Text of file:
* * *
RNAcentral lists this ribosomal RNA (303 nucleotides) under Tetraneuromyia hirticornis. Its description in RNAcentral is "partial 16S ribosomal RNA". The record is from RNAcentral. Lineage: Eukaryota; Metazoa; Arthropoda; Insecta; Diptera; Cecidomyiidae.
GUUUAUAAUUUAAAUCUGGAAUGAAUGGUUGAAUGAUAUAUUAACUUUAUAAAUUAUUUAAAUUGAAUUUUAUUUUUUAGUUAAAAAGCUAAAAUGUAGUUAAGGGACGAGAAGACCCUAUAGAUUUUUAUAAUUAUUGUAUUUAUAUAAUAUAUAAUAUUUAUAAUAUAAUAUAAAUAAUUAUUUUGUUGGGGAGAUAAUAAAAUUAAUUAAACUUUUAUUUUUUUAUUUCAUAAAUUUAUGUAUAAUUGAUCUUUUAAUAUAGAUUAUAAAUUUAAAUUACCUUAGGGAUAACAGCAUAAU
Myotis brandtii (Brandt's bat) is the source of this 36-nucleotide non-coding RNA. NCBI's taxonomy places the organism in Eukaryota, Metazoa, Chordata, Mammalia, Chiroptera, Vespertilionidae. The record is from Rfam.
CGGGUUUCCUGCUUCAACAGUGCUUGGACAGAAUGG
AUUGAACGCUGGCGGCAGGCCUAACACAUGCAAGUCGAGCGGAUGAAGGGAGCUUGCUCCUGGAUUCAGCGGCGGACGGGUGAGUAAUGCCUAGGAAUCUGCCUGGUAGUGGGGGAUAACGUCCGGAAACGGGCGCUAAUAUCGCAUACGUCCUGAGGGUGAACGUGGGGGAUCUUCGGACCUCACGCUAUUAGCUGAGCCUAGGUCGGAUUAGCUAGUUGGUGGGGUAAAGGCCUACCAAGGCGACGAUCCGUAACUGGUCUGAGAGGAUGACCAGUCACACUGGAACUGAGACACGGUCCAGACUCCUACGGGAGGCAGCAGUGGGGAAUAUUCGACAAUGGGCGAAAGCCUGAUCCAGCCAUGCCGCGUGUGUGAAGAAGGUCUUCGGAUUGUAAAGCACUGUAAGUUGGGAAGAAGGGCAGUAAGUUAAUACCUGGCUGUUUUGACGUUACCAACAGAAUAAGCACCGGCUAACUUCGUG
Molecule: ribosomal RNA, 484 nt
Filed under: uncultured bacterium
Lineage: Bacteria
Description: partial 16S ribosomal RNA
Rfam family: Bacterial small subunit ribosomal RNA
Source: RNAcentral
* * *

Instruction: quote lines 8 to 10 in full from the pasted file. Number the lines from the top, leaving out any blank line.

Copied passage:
Lineage: Bacteria
Description: partial 16S ribosomal RNA
Rfam family: Bacterial small subunit ribosomal RNA